Make a Splash! Part 2: OCEAN SWIMMING


 “There are more benefits to ocean swimming than I could possibly name,” says ocean swim instructor Andre Slade, “but my favourites are that you’re not following the black line at the pool, you’re swimming at the beach under the sun, and that you can get such a great workout by swimming in and out through the waves.”

Andre’s Bondi-based company OceanFit, trains swimmers of all ages, from absolute beginners to those with the goal of completing a one or two kilometer ocean swim. But Andre says he’s not a “hardcore swimmer”.

“For me swimming is as much about taking a dip, or catching some waves as it is about fitness. I’m not a huge fan of swimming by myself,” he admits – ocean swimming is usually a group activity – “and I don’t need to swim when it’s cold, so in that regard I’m probably best classed as a ‘fair weather swimmer’.”



Andre’s love of the sea is infectious: “the thing I love most about ocean swimming is that feeling of being connected to something so natural and powerful.

There’s nothing but fresh air and salt water, and plenty of time to let all the worries of the world disappear as you watch the fish swim by beneath you with the sun on your back.”

Andre says he brings this empathy with the sea into his teaching, so his students learn to respect and admire the ocean. “That’s when you really start to understand it and become one with it” he says.



Swimming is an amazing all-round body exercise, Andre explains, but perhaps the greatest benefit is that it’s non weight-baring, so if you’re injured or overweight you can enjoy all the fitness benefits without the stress on your body. “Swimming works your shoulders, arms, core, back and legs…” he says, “in fact, not many muscles don’t get a workout!”

Freestyle is the stroke of choice for most ocean swimmers as it’s the fastest stroke, according to Andre, but side stroke and breaststroke are great for survival swimming when tiredness kicks in, and swimmers should have one of these strokes mastered above all others if they’re taking to the ocean.

“I’ve become a huge proponent of breaststroke in ocean swim events and when cruising in the ocean socially, because your head is above the water which means you can actually see all the amazing natural environment around you” he says.



If you want to start ocean swimming, the first step is to hit the pool and train twice a week, says Andre; “I love the ocean a lot more than the pool, but I know the hard work done in the pool pays off in the ocean, especially when it comes to swimming in big surf.”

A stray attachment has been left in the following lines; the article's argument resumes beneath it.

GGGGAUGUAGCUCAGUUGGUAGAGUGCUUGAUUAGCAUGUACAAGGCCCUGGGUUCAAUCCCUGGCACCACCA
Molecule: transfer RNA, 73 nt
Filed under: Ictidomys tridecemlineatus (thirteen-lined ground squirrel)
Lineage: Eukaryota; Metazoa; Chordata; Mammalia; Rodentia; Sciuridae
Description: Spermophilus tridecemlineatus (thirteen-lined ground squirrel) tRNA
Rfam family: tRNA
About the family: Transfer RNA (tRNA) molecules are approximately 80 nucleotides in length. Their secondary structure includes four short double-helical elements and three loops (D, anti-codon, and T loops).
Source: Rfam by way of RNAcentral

But before you hit the pool make sure you’re swimming efficiently. If you’re not sure what you’re doing, Andre’s advice is to see a swim coach and get your stroke analysed and tweaked ready for training.


There’s no substitute for time spent swimming, says Andre, but don’t just head to the pool without a plan. “You need to follow a swimming program that will ensure you’re getting the right mix of technique, endurance and strength/sprint training as well as making sure you’re increasing your km’s each week,” he says. Ideally, Andre’s tip is to follow a swim training plan that will increase both your aerobic and anaerobic fitness and strength.

“When training for an ocean swim in the pool it’s important to replicate at least some of the conditions you’ll experience in the ocean. Ocean swimming, especially through the wave zone, requires you to be able to swim hard for short distances and dive under the water holding your breath, so mix in short sprints with a short recovery time to mimic this,” he recommends.


Whether you like a group exercise class, boot camp or a run along the coast, try to get in at least 45mins a day of exercise to increase your general fitness, Andre suggests. “You should also ensure you’re strengthening your core, which plays a large part in your stability and will help you when diving under waves,” he says.



When you’re ready to hit the ocean you need to first understand how the ocean works and gain the knowledge to swim with it, rather than against it, Andre explains. Take a surf class or talk to a lifesaver, if you don’t already know how to read the ocean currents. Andre calls these skills “surf sense”.

Surf Sense Techniques:
• Conducting a basic beach risk assessment
• Reading the ocean and open water
• Gaging wind, waves and rip currents
• Wading and dolphin-diving
• Efficient negotiation out and in through the surf zone
• Open water swimming techniques
• Forward and rear sighting

And the best way to gain this knowledge? “You’ll simply need to spend more time in the ocean” says Andre.



1. Pick a Goal Ocean Swim Event.
It’s easier to stick to your training plan when you have a goal to aim for and a friend to share the good times. Choose an event with your training buddy, train for it by encouraging each other and then celebrate your success together!
2. Buy all New Gear!
Get yourself into a new swimsuit, wrap on a new pair of goggles (I recommend Vorgee Fuze Missiles from Rebel Sport or other swimwear stockists) and look and feel fantastic as you train and participate in your early season swims.

For more info on ocean swimming visit To build up your fitness so you can make a splash in the water this summer, sign up to 12WBT now!

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